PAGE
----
Rudolf Vrba was one of the first people to escape from Auschwitz concentration camp and report what was happening there to the authorities.
Rudolf was born in Czechoslovakia in 1924. He left home and wanted to join the army at the age of 17, as World War Two was underway. He removed the Star of David from his sleeve, which identified him as a Jew, and went across the border into Hungary, but he was soon arrested and was taken to a concentration camp near Lublin. Rudolf undertook farm work and was transferred to Auschwitz in 1942.
He would see how new arrivals were divided into those who could work, and those who were sent straight to the gas chambers. When it was discovered that he could speak German, Rudolf got a job in the stores sorting the belongings of the dead and imprisoned. The stores were a good place to work as he had access to food, soap and water. He eventually became a camp registrar.
Rudolf remembered the four ovens at Birkenau, where the gas killings happened. He said the chambers would hold 2,000 people. He said they would increase the temperature of the chamber, then drop the poisonous powder through shoots in the roof, which turned into gas. He said it would take three minutes and everyone in the chamber would be dead. After a while and the chamber’s gases had subsided they would send in slave labourers to remove the bodies and take them to the furnace.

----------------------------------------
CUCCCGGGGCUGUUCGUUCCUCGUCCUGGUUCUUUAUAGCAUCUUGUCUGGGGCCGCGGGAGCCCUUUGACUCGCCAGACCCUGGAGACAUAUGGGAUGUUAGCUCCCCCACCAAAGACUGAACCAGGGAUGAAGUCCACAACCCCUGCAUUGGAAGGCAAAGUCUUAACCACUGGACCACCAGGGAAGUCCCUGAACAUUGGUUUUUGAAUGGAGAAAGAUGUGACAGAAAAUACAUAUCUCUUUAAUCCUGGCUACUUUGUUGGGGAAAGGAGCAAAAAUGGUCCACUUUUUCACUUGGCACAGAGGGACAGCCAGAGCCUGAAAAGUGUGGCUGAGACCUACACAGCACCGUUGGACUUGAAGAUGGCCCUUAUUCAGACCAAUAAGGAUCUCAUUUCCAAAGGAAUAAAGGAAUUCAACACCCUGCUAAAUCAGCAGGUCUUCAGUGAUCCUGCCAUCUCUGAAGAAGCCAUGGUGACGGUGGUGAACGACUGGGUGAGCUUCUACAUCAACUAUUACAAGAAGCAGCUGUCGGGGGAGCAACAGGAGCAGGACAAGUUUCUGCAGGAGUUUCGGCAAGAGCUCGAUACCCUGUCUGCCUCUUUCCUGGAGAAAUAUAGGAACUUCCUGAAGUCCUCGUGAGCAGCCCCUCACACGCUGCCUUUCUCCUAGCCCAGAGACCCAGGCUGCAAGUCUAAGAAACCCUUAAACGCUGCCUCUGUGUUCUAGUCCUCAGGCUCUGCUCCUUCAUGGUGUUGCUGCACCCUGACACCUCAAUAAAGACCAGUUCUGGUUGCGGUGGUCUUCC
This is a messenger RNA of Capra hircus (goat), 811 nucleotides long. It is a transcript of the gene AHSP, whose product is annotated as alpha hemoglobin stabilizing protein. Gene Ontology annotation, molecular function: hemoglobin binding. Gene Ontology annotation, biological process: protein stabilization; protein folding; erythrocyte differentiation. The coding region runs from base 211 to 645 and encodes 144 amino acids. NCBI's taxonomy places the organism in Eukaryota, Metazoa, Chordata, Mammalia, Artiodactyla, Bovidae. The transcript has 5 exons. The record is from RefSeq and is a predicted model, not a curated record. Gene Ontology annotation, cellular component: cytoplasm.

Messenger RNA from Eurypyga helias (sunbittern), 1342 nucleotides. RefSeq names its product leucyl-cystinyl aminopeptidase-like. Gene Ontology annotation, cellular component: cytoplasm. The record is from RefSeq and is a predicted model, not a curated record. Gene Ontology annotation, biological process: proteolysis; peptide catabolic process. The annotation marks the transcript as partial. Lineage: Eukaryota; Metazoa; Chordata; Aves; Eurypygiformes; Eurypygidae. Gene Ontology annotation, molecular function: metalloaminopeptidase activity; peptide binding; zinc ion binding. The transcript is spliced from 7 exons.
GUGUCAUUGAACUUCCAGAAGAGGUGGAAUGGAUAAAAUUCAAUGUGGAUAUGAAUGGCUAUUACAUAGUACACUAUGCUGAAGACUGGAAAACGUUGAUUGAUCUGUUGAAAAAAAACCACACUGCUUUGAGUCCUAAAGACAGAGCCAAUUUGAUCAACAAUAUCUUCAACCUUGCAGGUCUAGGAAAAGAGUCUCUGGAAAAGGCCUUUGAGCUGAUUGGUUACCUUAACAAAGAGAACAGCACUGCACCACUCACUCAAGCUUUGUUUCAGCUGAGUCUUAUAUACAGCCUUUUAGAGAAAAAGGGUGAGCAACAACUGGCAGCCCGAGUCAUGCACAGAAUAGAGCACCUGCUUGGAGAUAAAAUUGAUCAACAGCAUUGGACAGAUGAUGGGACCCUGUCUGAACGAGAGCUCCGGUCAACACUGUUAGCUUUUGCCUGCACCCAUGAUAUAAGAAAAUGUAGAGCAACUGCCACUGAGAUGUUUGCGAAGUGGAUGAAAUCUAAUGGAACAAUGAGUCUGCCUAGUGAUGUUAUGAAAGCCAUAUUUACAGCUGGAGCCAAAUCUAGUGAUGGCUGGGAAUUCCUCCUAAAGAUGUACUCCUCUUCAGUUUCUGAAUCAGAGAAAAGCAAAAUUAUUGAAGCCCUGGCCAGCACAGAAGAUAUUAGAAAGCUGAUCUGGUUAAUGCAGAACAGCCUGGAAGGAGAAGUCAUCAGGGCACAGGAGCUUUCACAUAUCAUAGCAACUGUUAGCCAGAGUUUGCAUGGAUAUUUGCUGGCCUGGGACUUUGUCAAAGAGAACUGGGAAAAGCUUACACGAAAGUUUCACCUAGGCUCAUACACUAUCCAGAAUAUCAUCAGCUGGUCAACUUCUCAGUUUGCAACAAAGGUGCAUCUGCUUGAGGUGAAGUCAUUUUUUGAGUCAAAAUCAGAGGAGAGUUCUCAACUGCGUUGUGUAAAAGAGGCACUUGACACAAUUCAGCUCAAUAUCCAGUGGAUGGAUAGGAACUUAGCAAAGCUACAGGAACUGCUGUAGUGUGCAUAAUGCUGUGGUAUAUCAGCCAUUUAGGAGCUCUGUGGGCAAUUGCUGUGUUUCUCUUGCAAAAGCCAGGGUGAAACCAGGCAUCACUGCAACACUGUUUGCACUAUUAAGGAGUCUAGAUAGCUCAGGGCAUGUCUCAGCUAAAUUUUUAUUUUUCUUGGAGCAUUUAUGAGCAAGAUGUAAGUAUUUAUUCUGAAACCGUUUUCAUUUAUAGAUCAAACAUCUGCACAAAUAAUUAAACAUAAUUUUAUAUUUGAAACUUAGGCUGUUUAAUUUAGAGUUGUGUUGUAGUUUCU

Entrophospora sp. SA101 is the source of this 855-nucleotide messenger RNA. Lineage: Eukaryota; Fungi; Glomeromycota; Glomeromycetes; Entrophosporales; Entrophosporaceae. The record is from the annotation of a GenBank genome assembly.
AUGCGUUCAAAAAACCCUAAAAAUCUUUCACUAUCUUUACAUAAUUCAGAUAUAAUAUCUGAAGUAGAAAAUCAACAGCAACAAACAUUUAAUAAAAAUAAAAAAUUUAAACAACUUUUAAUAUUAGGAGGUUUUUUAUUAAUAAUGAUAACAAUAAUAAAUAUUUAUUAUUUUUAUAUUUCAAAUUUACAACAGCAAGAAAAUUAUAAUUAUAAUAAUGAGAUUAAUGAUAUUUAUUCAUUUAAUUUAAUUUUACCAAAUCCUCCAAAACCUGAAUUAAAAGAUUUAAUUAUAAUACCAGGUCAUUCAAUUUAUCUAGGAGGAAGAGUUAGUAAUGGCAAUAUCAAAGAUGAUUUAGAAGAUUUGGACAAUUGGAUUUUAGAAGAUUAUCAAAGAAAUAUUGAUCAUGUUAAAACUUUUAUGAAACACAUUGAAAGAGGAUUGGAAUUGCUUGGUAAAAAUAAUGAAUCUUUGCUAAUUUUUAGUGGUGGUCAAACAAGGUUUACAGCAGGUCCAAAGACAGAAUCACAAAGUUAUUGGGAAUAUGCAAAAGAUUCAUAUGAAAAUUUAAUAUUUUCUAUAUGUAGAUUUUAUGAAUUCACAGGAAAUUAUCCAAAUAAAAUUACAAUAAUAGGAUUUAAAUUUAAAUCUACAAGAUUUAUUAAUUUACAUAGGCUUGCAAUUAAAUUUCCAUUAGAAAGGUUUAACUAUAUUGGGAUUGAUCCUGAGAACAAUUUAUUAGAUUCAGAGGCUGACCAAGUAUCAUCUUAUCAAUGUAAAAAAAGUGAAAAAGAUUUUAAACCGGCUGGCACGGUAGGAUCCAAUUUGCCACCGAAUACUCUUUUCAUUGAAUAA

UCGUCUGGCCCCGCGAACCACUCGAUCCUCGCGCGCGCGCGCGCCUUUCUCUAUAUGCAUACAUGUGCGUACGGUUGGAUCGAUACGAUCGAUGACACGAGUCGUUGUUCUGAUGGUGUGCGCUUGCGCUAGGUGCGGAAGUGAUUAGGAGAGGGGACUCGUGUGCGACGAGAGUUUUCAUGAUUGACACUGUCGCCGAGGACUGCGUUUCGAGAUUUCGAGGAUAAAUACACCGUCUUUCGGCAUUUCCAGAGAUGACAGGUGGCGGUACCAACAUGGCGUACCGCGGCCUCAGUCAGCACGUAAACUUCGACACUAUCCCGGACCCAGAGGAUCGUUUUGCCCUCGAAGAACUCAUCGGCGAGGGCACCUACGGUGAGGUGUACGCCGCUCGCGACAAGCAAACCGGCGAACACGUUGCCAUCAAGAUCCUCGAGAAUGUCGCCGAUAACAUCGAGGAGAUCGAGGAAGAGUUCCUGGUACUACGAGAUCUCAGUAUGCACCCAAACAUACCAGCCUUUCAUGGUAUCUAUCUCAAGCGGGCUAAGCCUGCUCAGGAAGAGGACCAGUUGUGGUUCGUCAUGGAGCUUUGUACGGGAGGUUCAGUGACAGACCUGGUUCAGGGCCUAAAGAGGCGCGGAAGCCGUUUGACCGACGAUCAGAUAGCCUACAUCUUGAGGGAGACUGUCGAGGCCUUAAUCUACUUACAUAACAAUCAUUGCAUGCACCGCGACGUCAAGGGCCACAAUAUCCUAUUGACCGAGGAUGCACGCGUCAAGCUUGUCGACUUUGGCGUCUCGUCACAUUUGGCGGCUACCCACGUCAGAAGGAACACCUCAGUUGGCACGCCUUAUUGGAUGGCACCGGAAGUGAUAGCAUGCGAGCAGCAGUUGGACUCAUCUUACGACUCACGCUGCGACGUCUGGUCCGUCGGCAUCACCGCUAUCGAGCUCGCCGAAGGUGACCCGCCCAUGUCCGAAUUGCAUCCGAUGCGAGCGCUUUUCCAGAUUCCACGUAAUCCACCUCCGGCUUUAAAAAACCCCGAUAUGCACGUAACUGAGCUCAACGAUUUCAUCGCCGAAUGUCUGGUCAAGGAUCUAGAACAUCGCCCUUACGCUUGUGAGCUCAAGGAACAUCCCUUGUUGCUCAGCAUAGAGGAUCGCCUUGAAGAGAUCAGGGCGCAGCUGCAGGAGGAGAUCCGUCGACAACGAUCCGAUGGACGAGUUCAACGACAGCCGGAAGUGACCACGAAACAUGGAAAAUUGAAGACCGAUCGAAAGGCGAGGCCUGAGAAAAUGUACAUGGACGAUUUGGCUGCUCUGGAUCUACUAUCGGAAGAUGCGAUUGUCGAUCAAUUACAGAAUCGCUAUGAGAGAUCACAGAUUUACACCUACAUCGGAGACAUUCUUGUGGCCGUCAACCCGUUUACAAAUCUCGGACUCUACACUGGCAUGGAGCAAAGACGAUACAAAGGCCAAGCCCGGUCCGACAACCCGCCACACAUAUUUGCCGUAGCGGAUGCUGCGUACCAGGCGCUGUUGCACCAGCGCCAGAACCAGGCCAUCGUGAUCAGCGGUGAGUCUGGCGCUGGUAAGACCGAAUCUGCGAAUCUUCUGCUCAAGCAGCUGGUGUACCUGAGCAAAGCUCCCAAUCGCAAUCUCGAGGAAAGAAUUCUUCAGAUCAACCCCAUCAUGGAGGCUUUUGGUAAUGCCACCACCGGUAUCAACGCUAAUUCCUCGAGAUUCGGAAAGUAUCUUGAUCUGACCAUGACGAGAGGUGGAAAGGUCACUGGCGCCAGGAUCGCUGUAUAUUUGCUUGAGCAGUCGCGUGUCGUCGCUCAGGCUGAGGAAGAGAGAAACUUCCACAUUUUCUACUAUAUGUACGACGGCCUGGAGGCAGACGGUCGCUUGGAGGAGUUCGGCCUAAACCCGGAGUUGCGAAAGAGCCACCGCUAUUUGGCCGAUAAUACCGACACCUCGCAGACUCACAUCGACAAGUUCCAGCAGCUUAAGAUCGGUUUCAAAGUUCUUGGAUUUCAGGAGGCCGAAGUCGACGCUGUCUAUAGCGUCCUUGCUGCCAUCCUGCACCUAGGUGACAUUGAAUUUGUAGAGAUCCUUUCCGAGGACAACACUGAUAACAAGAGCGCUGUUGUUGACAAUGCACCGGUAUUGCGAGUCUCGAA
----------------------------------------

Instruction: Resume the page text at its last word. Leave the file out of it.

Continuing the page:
Rudolf managed to escape with his friend Wetzel in 1944. They hid under a pile of logs, and crept out at night. They headed for Slovakia, hiding out with Polish peasants along the way, The Telegraph reports.
They reached Zilina, and started to write up what they had seen, heard and experienced at Auschwitz. They drew the building plansand wrote up their experiences. It served as solid evidence to what had happened there. This was one of the first reports that proved the Nazis were systematically killing Jews. It was formed into the Wetzler-Vrba report and was circulated to all the Allied and Jewish authorities, as well as international press.
When the report made headlines in the news by July of 1944, the deportation of 50,000 Hungarian Jews to Auschwitz was stopped.
After the war, Rudolf went on to take a career in academia, studying Chemistry and Biology and went on to work for the University of British Columbia and Harvard Medical School. He wrote amemoir about his war experiences titled, I Cannot Forgive.
Rudolf died in 2006, and is still to this day recognisedtelling the world of the atrocities at Auschwitz.